By John H. Foote
At Close Range (****)

Of all the films I have seen which never found an audience or the acclaim it so richly deserved, At Close Range (1986), based on a true story, is in the top five. Superb on every level, I sat awestruck the first time I saw the film and not a thing has changed, after watching it again early this morning. The picture remains just as dark, as powerful, frightening and haunting as it was thirty-two years ago.

With astounding performances from Sean Penn, having established himself as the finest young actor of his generation, Christopher Walken, able to be congenial and then suddenly terrifying, and Mary Stuart Masterson, always so much better than she was given credit for being.

The score was created after Madonna wrote her song for the film “Live to Tell”, slowing down the song, using it as a theme, the song playing over the end credits.

Based on a true story of a career criminal, long estranged from his sons who uses them to help with his business, stealing farm equipment.

In perhaps his finest screen performance Walken is positively terrifying as Brad Sr., the father of Brad Jr., portrayed by Sean Penn. watching the two actors together onscreen is a masterclass in film acting, you simply cannot look away, nor breathe in fear of missing something. Like a king cobra, Walken pulls his sons close to him, almost hypnotizing them with his presence. Though they know through their mother that he is a very bad, dangerous man, they are caught up in the rock star glare that he gives off, they want to be a part of that world. Throwing around money, amounts the boys have never seen before, buying Brad Jr. a car, showing them the ropes, the boys believe they are making a connection with him.

But one night a former associate comes into the restaurant where Brad Sr. is treating his gang to a meal, and clearly, they have been looking for him. They take him with them, and then very quietly murder him in a pond on a back road. At that moment Brad Jr. wants out. Angry that his sons and their friends know too much, he begins killing them off, one by one, making his way to Brad Jr. the full impact of his monstrous behaviour is confirmed when he shoots dead Tommy, his stepson.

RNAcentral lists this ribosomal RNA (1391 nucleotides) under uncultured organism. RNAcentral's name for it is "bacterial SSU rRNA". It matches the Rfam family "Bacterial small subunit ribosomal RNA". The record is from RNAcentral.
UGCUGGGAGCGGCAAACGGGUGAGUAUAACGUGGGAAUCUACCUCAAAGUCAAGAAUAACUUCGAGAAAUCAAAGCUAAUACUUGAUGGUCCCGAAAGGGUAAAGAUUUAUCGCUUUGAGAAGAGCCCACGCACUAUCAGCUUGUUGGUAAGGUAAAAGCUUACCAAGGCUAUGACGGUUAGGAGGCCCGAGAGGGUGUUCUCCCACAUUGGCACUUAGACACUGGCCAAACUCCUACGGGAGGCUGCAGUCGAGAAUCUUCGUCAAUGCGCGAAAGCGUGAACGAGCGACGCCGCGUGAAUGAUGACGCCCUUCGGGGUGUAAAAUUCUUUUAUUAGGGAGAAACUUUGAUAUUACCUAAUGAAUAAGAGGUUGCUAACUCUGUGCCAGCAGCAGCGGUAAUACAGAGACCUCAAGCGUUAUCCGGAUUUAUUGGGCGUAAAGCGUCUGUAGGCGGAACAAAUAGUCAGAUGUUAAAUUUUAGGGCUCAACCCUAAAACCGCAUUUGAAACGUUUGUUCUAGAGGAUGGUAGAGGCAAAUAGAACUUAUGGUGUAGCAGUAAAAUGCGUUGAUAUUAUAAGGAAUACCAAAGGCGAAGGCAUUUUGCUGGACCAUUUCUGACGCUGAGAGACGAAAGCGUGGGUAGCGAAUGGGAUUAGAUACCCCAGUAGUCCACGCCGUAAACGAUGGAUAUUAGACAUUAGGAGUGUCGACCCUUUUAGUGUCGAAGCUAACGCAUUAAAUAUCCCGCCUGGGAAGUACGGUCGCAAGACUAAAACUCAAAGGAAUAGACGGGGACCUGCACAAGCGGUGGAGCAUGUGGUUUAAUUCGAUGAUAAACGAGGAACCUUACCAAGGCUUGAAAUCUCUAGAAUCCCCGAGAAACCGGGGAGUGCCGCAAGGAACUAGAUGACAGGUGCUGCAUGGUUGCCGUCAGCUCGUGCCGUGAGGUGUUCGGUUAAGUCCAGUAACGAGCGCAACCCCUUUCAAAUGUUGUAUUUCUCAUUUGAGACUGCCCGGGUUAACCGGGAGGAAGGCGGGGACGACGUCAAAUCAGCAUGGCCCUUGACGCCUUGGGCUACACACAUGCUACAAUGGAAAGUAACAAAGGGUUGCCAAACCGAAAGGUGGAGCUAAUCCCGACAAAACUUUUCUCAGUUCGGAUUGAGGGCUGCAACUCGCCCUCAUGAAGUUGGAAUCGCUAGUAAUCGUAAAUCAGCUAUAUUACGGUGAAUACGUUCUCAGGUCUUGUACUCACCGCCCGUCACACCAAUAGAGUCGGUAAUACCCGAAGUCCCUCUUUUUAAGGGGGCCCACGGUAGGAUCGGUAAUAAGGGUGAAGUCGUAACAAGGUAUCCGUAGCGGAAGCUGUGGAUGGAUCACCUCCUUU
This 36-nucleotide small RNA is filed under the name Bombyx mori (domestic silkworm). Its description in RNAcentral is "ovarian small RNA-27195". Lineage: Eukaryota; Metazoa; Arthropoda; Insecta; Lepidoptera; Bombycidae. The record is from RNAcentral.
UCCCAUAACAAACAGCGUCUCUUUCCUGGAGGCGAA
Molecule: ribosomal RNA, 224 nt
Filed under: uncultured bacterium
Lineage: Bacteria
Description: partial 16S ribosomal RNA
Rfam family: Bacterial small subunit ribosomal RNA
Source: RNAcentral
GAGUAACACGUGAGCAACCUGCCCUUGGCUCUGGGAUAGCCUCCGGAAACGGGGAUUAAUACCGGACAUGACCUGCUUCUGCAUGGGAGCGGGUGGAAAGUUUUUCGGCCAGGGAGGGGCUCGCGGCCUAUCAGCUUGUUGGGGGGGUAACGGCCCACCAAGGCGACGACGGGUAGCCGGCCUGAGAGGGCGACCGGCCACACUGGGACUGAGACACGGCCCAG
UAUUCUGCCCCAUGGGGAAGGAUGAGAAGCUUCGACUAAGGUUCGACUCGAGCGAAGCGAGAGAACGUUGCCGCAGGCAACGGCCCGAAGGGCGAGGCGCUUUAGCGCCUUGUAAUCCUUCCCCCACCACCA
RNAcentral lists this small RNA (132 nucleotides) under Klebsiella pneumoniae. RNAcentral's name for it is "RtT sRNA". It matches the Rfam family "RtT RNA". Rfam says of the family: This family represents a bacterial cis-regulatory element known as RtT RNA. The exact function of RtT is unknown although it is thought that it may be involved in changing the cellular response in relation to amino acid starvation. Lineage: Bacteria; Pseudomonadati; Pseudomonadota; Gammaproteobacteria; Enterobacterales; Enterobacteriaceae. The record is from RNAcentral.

When the police start talking to Brad Jr., his father sends a message, raping and beating his sons’ girlfriend Terri (Mary Stuart Masterson). Enraged Brad Jr. calls the police and gives them enough information to put his father away for a long time. That night he and Terri have packed to leave town to be free of him when they are ambushed by Brad Sr.’s gang, Terri killed in a hail of bullets, Brad Jr. badly injured.

He goes to his father’s home that night where the older man is stunned to see him. Knowing he does not have long before the police arrive, Brad Sr. hopes his son will pass out from blood loss, while the boy keeps his father at gunpoint.

The two actors do what truly great actors do, they feed off each other, using the energy the other is sending out to deepen their performance. Walken is extraordinary as a deadly man so filled with anger and hate, but masking it with a smile. He is both, psychopathic and a sociopath, with no regard for right or wrong, or human life. This is by far the finest work of his career.

Sean Penn was still evolving as an actor but the word in Hollywood had been high on him since 1980 when he began auditioning. His work in this film helped define him as a great actor, even if it was underseen. We see in his eyes the growing awareness of just what a monster his father his, the disappointment, the hurt, the shame. Even greater is his own shame about his involvement with this man who killed both his brother and girlfriend and attempted to kill Brad Jr.

Chris Penn portrayed Pena’s doomed younger brother Tommy, and there are early performances from Crispin Glover, Kiefer Sutherland and David Strathairn, none of whom disappoints. Candy Clark does strong supporting work as Walken’s girlfriend, who with her knowing eyes, is aware of exacting what her partner is up too.

Both actors give towering performances, each should have been nominated for an Academy Award as Best Actor.

James Foley superbly directed the film and seemed poised to have a major career, but it just never came to pass. Too bad because he has Kazan like gifts with his actors and atmosphere. We sense the boredom the young people feel in the small town which offers them little to do. Poverty is a way of life to Brad Jr., but when his father creeps back into his life, suddenly his pockets are full. Foley beautifully captures how the boys are seduced into wrong-doing by Brad Sr., the deadliest of alpha males.

A true buried treasure, At Close Range (1986) is among the very best of the eighties.

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